[Patch v5 08/13] ARM: imx6q: add config-on-boot gpios

Stephen Warren swarren at wwwdotorg.org
Thu Jun 21 18:22:26 EDT 2012

On 06/20/2012 07:32 PM, Chen Peter-B29397 wrote:
>> I haven't been following the thread, but just noticed it. Very similar
>> things (DT nodes for probed devices) are coming up quite a bit recently,
>> for example:
>> Re: Where to power on the wifi device before loading the driver.
>> http://www.spinics.net/lists/arm-kernel/msg180368.html
>> dt: rfkill-gpio: add bindings documentation
>> http://www.spinics.net/lists/linux-tegra/msg03977.html
>> I wonder if there's any kind of infra-structure or standardized bindings
>> that would be useful here?
> Hi Stephen,
> For your suggestion: 
> sdhci at 78000000 {
> 	compatible = "nvidia,tegra30-sdhci", "nvidia,tegra20-sdhci";
> 	reg = <0x78000000 0x200>;
> 	interrupts = <0 14 0x04>;
> 	sdio-device {
> 		reset-gpios = <...>;
> 		enable-gpios = <...>;
> 	};
> };
> I have a question, if reset-gpio or enable-gpio is not set, how bus (sd or usb) know
> it is a sdio device as the wifi is not powered on at the time, it will not response host's
> command,  the hub at usb bus is the same.

That's a good point. We need those properties to be part of the device
that controls the port/slot/connector, not the thing that plugs into it.
Having each such binding and driver implement this themselves might not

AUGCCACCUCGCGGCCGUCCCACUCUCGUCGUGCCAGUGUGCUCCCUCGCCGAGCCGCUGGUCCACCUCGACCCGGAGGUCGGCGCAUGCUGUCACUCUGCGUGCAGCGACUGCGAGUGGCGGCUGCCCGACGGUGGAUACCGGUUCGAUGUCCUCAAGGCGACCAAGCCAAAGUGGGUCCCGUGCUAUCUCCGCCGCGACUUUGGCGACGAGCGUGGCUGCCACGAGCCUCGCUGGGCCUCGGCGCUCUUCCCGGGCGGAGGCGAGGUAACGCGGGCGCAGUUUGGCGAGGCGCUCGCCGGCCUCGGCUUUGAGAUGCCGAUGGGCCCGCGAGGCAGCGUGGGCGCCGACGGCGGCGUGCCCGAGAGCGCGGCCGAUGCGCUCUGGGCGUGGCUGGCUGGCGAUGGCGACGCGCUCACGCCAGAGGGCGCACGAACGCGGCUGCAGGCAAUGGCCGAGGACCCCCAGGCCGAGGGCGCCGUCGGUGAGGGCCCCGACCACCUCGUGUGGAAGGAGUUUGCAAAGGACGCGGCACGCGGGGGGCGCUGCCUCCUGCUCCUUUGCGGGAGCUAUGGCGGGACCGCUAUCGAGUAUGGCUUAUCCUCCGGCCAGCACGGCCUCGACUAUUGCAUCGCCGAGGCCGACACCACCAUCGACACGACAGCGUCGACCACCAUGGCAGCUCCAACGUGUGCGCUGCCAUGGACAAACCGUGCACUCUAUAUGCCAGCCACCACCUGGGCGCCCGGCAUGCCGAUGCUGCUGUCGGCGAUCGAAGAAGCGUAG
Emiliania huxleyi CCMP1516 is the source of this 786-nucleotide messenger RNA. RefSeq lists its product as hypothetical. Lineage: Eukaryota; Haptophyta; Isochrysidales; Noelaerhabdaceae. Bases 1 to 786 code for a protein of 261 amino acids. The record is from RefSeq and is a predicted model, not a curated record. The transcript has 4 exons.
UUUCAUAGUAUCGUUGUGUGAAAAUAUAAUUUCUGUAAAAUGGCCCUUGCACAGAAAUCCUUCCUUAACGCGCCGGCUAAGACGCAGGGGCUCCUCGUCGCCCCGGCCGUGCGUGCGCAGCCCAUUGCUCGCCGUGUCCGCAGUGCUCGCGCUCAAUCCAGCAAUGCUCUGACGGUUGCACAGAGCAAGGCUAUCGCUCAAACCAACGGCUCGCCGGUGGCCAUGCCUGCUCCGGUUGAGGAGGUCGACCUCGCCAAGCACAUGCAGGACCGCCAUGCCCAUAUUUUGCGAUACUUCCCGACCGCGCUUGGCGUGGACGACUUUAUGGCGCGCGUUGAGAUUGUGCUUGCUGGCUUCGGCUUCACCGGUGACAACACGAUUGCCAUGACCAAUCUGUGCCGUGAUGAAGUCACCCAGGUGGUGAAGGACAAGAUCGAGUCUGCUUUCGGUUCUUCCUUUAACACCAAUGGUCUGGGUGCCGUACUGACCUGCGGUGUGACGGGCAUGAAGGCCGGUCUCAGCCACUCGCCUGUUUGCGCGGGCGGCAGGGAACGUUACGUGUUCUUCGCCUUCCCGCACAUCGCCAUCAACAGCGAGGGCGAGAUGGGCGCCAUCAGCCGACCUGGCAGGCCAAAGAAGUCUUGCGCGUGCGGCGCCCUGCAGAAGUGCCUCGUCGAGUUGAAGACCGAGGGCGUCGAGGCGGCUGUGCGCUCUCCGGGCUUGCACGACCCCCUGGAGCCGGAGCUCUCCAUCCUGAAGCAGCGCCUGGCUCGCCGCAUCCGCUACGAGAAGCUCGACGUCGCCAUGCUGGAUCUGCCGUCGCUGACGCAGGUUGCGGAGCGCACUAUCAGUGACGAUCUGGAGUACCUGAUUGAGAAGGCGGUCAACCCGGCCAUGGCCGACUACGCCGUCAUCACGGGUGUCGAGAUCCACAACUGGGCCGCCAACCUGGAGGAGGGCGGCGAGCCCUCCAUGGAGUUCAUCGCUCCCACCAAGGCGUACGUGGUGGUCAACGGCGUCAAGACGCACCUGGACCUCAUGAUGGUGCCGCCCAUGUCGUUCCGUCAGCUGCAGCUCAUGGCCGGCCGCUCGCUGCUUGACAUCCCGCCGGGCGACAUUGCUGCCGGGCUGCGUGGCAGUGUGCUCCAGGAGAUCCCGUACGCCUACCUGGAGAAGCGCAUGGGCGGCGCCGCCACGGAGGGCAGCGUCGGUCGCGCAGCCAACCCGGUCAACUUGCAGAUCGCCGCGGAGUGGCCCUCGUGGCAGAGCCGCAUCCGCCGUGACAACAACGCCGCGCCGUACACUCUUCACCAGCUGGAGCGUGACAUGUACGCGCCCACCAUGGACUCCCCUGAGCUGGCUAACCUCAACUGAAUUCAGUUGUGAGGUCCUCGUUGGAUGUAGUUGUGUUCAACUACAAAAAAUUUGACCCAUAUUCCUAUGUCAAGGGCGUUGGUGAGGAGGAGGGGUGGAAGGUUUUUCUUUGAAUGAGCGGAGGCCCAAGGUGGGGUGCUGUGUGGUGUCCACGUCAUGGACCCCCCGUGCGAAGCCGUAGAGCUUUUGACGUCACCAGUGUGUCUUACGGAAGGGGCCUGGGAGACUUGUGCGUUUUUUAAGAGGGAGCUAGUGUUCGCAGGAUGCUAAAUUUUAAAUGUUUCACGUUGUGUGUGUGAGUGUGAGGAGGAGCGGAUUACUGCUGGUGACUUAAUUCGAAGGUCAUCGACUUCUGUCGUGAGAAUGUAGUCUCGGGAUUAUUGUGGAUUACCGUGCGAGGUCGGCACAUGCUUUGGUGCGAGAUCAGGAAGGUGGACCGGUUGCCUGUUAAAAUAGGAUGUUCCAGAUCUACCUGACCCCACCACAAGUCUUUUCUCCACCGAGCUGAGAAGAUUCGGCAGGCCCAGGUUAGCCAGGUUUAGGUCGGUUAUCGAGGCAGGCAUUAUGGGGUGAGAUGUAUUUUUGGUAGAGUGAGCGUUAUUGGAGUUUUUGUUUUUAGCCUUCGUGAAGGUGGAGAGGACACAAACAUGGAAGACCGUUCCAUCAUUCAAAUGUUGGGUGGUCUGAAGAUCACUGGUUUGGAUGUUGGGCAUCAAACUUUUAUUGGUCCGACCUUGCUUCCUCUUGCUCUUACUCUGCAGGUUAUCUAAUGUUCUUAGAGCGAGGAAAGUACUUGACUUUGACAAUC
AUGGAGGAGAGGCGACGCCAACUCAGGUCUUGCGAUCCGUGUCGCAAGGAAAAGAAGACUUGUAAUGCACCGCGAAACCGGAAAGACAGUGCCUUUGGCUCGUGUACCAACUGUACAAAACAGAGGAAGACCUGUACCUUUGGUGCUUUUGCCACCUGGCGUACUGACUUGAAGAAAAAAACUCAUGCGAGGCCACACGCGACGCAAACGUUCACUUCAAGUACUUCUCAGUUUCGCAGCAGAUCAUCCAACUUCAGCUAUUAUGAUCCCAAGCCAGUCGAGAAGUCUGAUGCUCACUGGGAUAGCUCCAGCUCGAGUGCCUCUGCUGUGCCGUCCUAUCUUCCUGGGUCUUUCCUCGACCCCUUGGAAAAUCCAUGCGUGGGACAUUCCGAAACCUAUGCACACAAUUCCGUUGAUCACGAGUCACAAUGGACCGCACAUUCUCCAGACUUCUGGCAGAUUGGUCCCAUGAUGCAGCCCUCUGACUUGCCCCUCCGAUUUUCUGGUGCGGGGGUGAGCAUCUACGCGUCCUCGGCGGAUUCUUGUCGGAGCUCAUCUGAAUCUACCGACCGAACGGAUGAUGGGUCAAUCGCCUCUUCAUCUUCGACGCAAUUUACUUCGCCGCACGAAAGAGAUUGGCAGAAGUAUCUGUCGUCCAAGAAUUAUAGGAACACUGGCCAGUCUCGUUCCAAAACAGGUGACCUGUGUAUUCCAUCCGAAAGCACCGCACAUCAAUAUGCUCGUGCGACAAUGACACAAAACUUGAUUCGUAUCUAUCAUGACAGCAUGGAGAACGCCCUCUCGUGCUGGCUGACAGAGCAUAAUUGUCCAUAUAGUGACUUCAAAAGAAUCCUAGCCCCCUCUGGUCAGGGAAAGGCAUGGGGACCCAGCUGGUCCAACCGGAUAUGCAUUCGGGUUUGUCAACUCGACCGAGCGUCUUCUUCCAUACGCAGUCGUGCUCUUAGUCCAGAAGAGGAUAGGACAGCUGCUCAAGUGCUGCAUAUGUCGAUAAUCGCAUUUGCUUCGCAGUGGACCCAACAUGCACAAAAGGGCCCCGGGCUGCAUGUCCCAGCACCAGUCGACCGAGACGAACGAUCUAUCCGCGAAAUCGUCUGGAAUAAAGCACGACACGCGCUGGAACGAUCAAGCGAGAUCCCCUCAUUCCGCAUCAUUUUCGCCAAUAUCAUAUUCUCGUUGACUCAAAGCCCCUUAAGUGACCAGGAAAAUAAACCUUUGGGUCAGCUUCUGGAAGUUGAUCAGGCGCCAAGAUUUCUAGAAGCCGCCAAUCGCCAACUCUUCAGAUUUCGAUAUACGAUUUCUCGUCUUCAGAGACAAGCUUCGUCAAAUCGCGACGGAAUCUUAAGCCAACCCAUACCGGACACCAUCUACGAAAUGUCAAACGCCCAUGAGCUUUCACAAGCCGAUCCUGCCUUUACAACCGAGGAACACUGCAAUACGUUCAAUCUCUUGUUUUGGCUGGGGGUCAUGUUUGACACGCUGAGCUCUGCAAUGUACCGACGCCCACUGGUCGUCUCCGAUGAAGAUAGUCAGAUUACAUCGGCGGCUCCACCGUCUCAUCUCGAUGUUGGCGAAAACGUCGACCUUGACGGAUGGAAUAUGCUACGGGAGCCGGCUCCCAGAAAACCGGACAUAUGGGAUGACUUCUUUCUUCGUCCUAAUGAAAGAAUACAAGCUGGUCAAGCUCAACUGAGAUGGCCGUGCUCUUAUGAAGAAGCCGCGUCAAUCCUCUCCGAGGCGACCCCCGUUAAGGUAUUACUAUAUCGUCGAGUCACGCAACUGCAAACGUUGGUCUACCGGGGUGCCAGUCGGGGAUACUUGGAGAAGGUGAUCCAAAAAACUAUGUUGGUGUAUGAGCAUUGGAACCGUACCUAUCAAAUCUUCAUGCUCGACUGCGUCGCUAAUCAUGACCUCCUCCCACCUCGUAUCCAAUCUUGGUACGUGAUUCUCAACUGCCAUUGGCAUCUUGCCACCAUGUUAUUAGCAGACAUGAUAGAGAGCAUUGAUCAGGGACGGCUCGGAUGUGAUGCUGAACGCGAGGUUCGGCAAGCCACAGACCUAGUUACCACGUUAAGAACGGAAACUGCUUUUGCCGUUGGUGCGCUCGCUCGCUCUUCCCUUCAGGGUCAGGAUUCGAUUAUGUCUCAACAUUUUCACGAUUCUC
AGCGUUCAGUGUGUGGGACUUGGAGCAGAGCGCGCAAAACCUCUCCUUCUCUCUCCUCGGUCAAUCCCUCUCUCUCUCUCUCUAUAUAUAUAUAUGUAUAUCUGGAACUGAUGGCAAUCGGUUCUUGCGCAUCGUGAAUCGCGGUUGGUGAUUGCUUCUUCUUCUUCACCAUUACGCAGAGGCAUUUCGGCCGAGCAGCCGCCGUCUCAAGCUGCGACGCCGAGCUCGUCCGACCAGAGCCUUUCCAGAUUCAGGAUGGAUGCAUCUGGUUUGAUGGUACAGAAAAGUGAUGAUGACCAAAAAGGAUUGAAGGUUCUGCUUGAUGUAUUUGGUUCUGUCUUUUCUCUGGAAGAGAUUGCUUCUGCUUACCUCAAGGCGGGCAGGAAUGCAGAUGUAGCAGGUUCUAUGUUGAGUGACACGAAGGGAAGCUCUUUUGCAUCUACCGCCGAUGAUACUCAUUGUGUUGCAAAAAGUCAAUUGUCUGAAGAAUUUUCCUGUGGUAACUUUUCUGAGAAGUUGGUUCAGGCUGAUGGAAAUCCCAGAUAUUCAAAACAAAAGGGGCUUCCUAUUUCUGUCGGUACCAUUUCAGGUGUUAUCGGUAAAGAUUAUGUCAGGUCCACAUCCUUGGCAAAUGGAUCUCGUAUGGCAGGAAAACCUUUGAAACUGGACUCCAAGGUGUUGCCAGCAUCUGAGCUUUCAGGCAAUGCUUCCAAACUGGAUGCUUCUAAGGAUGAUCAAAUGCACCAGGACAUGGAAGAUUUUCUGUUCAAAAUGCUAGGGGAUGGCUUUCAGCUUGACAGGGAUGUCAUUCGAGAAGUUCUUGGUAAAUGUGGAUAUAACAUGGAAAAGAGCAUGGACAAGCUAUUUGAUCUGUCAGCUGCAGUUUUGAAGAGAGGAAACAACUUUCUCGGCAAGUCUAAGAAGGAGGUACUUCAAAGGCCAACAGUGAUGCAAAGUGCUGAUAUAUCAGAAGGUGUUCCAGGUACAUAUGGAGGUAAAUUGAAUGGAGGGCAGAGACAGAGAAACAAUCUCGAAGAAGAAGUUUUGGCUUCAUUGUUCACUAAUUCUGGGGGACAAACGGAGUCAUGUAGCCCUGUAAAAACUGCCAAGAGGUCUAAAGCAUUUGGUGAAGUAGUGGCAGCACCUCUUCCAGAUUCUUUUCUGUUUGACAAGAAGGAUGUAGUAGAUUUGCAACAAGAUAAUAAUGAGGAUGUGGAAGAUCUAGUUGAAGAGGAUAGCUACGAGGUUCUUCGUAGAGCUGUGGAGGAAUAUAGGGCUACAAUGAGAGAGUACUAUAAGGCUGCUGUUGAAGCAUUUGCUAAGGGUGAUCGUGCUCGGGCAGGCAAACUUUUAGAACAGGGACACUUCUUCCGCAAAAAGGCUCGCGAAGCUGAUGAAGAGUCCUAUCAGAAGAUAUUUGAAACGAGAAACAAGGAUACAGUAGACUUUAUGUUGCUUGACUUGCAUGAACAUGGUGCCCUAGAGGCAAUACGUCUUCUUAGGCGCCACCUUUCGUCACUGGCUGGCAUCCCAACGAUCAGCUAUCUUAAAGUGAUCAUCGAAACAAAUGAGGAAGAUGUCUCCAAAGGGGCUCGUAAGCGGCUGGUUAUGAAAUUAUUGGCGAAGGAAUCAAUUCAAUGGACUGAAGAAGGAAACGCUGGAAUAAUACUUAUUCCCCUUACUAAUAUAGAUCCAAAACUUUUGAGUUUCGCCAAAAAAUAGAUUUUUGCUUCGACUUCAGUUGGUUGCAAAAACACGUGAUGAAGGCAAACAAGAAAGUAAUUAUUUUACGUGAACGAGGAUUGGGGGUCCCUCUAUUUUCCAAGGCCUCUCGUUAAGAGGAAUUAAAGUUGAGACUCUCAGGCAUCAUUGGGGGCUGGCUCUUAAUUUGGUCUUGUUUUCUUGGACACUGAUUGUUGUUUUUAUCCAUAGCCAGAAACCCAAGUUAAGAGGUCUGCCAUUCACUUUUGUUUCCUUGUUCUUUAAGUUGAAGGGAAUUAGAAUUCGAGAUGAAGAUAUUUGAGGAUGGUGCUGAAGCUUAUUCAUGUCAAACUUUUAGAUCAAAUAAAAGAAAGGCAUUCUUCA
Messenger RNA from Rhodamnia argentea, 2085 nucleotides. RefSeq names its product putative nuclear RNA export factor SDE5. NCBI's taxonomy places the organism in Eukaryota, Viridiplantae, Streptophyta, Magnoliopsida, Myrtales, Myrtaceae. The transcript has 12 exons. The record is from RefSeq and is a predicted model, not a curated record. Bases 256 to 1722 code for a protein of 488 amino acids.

be a good idea though. Perhaps we can standardize on a mechanism for
this; something vaguely like rfkill, but for arbitrary types of devices
connected to ports.

For USB at least, where the power/reset/... GPIOs might affect just one
port on a hub rather than the root USB host controller, the issue of
representing these properties on a dynamically probed device still
applies. Something like:

ehci {
    /* The following node is dynamically detected, although the hub
     * IC is physically soldered onto the board
    hub {
        hub { /* also dynamic */
            port at 2 {
                child-supply = <&regulator>;
                reset-gpios = <&gpio 0 0>;

But without knowing what might be connected to port at 2, how do we know
how to sequence the power supply and reset GPIOs according to its
requirements? I guess this is part of the specification of the port
itself though, not the attached device, since anything that is allowed
to plug in must conform to whatever sequencing the port is designed to
give. If the connected device is known, the port at 2 node in DT can encode
whatever sequencing requirements are associated with the known connected

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